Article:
Electrical breakdown of cell membranes is interpreted in terms of an electro-mechanical model. It postulates for certain finite membrane areas that the actual membrane thickness depends on the voltage across the membrane and the applied pressure. The magnitude of the membrane compression depends both on the dielectric constant and the compressive, elastic modulus transverse to the membrane plane. The theory predicts the existence of a critical absolute hydrostatic pressure at which the intrinsic membrane potential is sufficiently high to induce "mechanical" breakdown of the membrane. The theoretically expected value for the critical pressure depends on the assumption made both for the pressure-dependence of the elastic modulus of the membrane and of the intrinsic membrane potential. It is shown that the critical pressure is expected at about 65 M Pa. The prediction of a critical pressure could be verified by subjecting human erythrocytes to high pressures (up to 100 M Pa) in a hyperbaric chamber. The net potassium efflux in dependence on pressure was used as an criterion for breakdown. Whereas the potassium net efflux was linearly dependent on pressure up to 60 M Pa, a significant increase in potassium permeability was observed towards higher pressure in agreement with the theory. The increase in the net potassium efflux above 60 M Pa was reversible, as indicated by measurements in which the same erythrocyte sample was subjected to several consecutive pressure pulses. Temperature changes in the erythrocyte suspension during compression and decompression were so small (less than 2 degrees C) that they could not account for the observed effects.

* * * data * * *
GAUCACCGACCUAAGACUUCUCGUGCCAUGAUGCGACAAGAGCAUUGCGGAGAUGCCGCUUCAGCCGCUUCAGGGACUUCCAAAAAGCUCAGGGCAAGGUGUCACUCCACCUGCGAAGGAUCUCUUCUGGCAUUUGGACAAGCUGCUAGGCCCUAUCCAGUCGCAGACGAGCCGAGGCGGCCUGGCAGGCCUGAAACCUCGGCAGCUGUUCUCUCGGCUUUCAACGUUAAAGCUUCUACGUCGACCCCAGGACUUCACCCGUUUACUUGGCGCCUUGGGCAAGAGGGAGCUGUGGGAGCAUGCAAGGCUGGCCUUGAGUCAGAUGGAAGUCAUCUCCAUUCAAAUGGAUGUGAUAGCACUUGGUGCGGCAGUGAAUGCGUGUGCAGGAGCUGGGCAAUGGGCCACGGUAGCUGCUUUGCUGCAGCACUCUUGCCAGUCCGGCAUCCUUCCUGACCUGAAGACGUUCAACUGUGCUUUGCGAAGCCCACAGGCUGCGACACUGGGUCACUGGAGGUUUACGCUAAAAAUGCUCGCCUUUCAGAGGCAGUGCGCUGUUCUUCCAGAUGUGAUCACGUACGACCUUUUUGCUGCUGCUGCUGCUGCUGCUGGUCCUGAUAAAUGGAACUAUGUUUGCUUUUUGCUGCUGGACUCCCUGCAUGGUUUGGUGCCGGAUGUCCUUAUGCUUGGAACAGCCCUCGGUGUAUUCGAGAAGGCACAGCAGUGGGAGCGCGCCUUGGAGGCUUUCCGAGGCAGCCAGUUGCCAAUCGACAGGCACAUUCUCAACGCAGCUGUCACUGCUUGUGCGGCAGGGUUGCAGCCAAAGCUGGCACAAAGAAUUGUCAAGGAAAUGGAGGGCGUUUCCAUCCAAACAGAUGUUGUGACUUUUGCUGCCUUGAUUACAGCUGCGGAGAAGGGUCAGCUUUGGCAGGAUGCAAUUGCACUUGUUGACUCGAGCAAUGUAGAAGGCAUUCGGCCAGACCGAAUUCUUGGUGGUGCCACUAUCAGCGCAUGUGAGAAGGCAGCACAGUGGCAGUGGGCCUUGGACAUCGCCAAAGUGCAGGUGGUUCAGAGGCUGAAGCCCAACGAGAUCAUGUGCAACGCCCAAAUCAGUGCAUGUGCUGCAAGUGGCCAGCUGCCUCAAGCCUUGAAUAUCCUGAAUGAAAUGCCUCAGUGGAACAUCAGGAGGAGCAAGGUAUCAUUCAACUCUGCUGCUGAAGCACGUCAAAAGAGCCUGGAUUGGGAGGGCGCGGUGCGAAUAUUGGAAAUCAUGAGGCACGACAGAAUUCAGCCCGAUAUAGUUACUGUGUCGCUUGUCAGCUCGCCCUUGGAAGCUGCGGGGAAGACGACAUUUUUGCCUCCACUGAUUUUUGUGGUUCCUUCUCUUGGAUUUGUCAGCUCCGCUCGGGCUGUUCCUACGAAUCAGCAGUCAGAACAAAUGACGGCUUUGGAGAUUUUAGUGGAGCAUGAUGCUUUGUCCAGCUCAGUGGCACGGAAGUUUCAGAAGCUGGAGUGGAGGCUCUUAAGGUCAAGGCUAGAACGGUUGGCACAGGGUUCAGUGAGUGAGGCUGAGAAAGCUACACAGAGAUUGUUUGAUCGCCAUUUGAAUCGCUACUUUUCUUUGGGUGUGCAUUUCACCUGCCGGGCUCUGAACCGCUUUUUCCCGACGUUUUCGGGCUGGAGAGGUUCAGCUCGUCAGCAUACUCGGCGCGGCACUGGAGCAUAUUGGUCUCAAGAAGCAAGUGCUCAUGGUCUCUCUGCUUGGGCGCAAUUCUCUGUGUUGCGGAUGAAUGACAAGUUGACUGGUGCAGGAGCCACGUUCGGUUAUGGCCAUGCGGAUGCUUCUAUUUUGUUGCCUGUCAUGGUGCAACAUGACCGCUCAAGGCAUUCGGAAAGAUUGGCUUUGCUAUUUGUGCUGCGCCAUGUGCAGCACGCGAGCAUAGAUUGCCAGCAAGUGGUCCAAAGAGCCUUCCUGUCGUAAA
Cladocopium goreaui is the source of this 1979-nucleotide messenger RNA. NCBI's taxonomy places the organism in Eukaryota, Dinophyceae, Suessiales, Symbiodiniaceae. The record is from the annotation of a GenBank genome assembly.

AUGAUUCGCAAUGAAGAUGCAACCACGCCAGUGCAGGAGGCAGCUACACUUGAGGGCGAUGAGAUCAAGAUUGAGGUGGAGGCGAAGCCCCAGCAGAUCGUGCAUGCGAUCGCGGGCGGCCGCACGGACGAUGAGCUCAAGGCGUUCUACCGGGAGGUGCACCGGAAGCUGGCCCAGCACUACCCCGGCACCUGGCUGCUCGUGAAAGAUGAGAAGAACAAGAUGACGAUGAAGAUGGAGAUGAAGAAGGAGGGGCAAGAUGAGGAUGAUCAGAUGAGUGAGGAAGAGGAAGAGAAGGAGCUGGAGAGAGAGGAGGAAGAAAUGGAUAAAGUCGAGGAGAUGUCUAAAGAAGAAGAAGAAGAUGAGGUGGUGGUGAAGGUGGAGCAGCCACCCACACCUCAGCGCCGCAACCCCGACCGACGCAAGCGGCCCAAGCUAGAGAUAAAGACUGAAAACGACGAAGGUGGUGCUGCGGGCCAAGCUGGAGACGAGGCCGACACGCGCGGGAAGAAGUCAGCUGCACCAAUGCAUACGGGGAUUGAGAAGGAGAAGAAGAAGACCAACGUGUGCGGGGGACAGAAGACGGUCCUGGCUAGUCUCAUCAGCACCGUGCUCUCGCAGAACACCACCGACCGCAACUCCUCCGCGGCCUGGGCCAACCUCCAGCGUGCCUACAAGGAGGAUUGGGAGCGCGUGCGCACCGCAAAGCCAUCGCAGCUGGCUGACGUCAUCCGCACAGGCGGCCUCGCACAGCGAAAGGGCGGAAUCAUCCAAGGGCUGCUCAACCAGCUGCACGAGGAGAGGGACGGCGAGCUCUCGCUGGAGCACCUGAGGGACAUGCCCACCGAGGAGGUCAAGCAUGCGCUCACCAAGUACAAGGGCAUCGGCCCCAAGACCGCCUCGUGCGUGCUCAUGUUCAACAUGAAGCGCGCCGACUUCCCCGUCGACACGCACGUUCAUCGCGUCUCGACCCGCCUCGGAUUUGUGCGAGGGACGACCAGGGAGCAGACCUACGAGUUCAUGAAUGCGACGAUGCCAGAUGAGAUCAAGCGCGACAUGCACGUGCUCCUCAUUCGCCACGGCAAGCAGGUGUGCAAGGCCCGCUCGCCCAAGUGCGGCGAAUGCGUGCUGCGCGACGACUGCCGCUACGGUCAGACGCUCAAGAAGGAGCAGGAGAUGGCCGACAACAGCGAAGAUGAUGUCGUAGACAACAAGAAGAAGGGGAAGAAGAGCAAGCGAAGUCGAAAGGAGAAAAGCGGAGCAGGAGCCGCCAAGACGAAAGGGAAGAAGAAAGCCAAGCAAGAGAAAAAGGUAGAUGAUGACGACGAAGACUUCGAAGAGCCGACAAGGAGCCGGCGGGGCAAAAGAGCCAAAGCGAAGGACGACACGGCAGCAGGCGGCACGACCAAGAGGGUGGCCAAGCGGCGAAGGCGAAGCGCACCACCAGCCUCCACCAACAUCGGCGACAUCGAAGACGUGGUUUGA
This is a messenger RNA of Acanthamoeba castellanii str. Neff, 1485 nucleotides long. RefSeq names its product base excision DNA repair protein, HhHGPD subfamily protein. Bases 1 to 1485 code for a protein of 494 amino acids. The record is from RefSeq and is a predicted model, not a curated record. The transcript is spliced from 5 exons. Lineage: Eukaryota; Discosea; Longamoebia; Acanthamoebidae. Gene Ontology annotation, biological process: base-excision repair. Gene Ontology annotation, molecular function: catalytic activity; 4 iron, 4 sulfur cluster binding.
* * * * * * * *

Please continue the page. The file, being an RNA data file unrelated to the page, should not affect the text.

Zimmermann, Pilwat, Péqueux, Gilles, , , , , (1980). Electro-mechanical properties of human erythrocyte membranes: the pressure-dependence of potassium permeability. The Journal of membrane biology, 1980 May;54(2):103-13. https://www.ncbi.nlm.nih.gov/pubmed/7401164